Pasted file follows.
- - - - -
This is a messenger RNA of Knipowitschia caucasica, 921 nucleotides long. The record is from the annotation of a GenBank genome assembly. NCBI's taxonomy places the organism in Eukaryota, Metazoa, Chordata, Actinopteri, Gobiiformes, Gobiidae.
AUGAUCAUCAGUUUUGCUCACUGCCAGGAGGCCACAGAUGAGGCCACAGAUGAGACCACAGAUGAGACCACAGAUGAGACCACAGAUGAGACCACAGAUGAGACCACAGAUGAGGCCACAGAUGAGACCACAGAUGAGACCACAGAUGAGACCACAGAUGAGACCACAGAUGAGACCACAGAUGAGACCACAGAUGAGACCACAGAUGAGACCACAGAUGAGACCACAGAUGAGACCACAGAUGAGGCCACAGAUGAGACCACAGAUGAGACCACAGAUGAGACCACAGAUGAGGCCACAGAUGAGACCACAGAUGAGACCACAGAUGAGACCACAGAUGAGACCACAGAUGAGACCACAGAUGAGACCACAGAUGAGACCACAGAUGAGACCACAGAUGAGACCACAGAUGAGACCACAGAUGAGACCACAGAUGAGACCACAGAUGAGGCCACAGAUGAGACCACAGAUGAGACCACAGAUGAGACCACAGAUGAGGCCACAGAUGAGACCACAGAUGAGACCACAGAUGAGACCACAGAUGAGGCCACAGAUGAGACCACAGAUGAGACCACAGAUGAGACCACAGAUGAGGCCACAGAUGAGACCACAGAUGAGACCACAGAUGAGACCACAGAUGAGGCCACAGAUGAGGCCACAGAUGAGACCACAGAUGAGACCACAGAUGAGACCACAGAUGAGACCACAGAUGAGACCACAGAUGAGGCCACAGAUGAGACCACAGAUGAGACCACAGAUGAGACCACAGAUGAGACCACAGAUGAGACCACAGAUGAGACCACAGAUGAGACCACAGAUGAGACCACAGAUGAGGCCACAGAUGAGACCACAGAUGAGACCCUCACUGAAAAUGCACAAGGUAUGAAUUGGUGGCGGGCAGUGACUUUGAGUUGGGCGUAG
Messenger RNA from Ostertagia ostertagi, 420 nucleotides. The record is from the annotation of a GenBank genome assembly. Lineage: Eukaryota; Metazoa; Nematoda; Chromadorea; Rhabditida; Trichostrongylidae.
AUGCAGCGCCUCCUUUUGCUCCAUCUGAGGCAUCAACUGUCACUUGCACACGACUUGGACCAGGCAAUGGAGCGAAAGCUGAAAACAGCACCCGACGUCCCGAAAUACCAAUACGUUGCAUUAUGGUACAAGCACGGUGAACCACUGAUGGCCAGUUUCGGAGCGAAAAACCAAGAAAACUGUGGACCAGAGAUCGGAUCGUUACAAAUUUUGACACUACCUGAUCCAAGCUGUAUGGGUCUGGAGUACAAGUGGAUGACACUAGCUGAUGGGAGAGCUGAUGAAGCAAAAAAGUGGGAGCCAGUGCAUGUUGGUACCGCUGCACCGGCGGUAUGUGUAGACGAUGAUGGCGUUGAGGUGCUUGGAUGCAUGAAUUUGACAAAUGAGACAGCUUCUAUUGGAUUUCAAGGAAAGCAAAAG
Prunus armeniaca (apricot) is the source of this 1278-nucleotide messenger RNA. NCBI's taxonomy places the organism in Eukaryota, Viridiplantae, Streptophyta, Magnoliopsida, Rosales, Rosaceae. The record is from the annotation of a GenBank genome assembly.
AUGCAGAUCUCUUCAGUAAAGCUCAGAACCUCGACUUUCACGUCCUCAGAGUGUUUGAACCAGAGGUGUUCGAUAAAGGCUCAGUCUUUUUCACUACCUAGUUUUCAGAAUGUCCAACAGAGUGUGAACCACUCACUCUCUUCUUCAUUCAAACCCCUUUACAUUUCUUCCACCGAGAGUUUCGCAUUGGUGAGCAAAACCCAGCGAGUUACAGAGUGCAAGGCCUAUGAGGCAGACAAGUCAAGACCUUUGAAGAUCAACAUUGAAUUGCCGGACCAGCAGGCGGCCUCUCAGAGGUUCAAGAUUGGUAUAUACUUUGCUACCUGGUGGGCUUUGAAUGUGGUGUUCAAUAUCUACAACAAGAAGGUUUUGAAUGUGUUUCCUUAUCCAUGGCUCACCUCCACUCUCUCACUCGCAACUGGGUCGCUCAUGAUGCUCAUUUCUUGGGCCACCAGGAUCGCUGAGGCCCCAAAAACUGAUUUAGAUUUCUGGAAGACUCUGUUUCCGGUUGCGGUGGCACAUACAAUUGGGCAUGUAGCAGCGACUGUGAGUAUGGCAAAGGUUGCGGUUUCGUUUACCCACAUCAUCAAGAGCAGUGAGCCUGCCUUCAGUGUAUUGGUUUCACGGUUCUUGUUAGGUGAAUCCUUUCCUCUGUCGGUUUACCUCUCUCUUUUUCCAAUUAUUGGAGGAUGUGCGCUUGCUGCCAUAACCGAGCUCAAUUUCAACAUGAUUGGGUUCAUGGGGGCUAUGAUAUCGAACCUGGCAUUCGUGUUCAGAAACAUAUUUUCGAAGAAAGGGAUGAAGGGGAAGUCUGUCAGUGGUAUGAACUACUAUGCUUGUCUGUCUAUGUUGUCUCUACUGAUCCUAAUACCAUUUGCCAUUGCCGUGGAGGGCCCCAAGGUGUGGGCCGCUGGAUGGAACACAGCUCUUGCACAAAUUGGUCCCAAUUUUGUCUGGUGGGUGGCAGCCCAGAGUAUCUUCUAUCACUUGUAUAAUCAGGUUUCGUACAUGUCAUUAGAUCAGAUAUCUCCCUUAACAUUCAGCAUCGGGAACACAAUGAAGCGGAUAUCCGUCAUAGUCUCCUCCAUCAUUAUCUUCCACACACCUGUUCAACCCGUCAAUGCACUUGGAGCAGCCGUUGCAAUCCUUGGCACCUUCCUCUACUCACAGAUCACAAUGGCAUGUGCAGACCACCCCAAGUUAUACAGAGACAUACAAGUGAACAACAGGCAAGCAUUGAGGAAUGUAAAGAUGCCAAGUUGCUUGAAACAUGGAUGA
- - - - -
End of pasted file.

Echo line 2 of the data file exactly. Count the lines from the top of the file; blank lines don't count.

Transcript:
AUGAUCAUCAGUUUUGCUCACUGCCAGGAGGCCACAGAUGAGGCCACAGAUGAGACCACAGAUGAGACCACAGAUGAGACCACAGAUGAGACCACAGAUGAGACCACAGAUGAGGCCACAGAUGAGACCACAGAUGAGACCACAGAUGAGACCACAGAUGAGACCACAGAUGAGACCACAGAUGAGACCACAGAUGAGACCACAGAUGAGACCACAGAUGAGACCACAGAUGAGACCACAGAUGAGGCCACAGAUGAGACCACAGAUGAGACCACAGAUGAGACCACAGAUGAGGCCACAGAUGAGACCACAGAUGAGACCACAGAUGAGACCACAGAUGAGACCACAGAUGAGACCACAGAUGAGACCACAGAUGAGACCACAGAUGAGACCACAGAUGAGACCACAGAUGAGACCACAGAUGAGACCACAGAUGAGACCACAGAUGAGGCCACAGAUGAGACCACAGAUGAGACCACAGAUGAGACCACAGAUGAGGCCACAGAUGAGACCACAGAUGAGACCACAGAUGAGACCACAGAUGAGGCCACAGAUGAGACCACAGAUGAGACCACAGAUGAGACCACAGAUGAGGCCACAGAUGAGACCACAGAUGAGACCACAGAUGAGACCACAGAUGAGGCCACAGAUGAGGCCACAGAUGAGACCACAGAUGAGACCACAGAUGAGACCACAGAUGAGACCACAGAUGAGACCACAGAUGAGGCCACAGAUGAGACCACAGAUGAGACCACAGAUGAGACCACAGAUGAGACCACAGAUGAGACCACAGAUGAGACCACAGAUGAGACCACAGAUGAGACCACAGAUGAGGCCACAGAUGAGACCACAGAUGAGACCCUCACUGAAAAUGCACAAGGUAUGAAUUGGUGGCGGGCAGUGACUUUGAGUUGGGCGUAG